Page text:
We all know that the pen is mightier than the sword, but is it mightier than your sales department?
Some companies are betting on it, and most likely you should, too.
This weekend, The New York Times article on Groupon didn't focus on their business model, their celestial rise, or their billion dollar Google dodge. Instead, the Times focused on what truly makes the company stand aside from the rest of the group coupon and daily deal sites: their content.
“People have grown numb to the elements of advertising that pander to their fears and hopes,” says Groupon’s editor in chief Aaron With. “[It] insults their intelligence with safe, bland approaches at creativity.”
Instead, the company focuses on creating memorable, witty headlines and copy to entice their users to buy, click, and print a Groupon.
As With points out, most of Groupon’s target audience makes more than $100K a year, so saving twenty dollars on a yoga class isn’t what’s making them click, it’s the copy that’s clicking with them.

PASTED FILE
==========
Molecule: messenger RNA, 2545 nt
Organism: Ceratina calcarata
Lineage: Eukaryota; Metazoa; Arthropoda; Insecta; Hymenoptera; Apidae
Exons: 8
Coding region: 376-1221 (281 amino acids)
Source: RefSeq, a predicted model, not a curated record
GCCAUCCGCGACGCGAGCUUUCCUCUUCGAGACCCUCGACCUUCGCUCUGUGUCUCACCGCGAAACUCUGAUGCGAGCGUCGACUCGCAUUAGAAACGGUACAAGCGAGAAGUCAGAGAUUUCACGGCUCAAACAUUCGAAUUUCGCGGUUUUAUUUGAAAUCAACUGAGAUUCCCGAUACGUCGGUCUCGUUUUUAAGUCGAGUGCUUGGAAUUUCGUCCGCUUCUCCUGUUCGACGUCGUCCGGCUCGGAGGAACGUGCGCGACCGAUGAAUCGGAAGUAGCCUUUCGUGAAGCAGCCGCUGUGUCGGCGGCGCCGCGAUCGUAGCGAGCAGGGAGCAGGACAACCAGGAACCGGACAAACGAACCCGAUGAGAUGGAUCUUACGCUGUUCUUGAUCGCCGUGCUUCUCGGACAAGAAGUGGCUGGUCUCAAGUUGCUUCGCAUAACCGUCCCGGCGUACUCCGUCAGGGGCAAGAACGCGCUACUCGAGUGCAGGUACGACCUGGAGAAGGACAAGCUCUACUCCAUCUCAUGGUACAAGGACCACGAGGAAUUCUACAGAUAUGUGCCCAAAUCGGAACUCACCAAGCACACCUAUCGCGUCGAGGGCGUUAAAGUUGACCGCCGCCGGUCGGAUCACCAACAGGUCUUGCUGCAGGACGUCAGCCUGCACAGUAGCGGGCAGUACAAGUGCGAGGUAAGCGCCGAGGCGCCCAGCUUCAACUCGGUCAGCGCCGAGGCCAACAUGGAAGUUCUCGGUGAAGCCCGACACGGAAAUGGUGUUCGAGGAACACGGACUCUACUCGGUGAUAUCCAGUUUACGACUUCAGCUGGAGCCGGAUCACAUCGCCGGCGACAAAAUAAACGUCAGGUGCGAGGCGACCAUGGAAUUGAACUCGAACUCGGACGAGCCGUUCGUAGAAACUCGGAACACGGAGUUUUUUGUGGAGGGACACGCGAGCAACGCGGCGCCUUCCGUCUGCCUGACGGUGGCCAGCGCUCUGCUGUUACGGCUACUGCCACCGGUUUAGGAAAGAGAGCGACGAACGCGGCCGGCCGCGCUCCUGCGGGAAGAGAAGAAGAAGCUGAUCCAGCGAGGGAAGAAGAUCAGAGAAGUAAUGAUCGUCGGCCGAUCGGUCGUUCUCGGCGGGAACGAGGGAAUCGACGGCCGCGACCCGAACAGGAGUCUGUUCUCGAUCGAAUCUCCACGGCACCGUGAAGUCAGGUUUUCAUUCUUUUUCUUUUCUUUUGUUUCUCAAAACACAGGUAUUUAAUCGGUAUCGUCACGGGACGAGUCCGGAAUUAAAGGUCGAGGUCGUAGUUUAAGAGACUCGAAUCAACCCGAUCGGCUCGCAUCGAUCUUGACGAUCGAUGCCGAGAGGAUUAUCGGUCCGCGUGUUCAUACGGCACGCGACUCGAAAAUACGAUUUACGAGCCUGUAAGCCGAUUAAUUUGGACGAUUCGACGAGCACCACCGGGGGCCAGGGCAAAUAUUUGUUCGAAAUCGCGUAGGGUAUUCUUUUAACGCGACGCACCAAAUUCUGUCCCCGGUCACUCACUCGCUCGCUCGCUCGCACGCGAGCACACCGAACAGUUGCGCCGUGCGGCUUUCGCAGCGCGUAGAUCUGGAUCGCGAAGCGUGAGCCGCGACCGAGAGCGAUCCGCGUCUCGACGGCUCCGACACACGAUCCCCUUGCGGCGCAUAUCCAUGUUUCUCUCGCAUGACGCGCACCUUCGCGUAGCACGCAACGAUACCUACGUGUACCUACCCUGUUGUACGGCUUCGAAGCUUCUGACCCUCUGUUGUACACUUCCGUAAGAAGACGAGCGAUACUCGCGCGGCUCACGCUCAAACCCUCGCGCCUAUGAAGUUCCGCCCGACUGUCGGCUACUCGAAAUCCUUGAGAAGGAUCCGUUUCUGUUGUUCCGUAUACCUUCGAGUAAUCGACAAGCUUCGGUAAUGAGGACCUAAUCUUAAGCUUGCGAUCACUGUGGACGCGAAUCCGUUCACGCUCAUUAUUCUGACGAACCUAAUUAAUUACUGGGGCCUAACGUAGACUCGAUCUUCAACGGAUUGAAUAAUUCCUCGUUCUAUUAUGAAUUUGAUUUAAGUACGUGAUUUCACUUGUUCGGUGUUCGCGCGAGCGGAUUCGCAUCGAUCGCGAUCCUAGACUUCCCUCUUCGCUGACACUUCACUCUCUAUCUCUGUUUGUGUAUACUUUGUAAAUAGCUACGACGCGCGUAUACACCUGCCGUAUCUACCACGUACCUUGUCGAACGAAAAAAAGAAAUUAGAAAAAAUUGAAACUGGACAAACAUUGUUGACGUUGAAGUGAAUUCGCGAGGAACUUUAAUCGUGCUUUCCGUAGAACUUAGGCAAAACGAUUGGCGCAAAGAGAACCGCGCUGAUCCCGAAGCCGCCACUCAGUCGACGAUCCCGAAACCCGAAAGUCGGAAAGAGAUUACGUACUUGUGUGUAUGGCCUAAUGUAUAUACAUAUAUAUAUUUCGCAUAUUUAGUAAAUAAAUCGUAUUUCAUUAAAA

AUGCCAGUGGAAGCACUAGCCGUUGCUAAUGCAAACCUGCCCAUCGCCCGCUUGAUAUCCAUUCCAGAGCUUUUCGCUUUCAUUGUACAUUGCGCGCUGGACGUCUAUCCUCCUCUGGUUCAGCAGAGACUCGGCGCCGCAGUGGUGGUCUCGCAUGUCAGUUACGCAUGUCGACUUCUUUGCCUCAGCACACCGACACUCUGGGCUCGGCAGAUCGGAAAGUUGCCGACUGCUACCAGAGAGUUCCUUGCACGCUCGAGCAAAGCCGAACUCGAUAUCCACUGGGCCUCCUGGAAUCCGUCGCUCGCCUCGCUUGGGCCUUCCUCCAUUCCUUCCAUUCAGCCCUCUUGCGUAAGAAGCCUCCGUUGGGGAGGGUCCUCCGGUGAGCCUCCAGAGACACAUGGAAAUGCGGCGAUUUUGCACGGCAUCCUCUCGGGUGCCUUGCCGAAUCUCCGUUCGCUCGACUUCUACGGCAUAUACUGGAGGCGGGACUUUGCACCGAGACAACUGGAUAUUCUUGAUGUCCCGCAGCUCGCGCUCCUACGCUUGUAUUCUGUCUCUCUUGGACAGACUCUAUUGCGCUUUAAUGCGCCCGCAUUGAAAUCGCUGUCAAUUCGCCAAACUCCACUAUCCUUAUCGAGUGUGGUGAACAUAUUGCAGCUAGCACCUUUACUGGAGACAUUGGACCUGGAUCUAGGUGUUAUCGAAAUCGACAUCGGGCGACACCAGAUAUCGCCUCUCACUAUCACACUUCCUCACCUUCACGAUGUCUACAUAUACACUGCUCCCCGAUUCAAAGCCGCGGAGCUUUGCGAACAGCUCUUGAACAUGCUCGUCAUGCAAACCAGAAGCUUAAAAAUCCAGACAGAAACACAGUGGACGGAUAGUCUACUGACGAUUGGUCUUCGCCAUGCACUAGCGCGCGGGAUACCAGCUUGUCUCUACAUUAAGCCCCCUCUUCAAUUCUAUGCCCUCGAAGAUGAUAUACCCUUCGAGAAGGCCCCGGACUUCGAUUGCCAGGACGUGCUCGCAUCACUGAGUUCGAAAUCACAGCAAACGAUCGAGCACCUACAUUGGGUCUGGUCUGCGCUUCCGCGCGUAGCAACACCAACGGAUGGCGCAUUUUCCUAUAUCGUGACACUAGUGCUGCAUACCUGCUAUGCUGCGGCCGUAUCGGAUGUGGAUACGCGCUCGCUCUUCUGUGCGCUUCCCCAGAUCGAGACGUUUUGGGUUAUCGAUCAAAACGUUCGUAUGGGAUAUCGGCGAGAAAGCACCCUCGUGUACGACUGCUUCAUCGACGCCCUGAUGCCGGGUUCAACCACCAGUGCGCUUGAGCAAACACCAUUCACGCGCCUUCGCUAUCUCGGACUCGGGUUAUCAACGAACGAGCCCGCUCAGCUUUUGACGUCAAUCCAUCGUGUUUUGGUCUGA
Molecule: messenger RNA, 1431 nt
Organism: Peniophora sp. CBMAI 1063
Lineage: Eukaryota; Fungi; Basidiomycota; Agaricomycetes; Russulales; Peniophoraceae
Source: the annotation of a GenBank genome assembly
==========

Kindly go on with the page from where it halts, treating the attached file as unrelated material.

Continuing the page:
It’s certainly something to keep in mind when creating your own copy. Yes, words are powerful, but without the thought behind them, they can be as easily overlooked by your audience as subtlety is overlooked by Michael Bay.
The key, of course, is to keep the copy fresh and fun while still getting your message across.
So, perhaps instead of worrying about your business model, your competition, or your brand image, you should instead focus on what really matters: your words.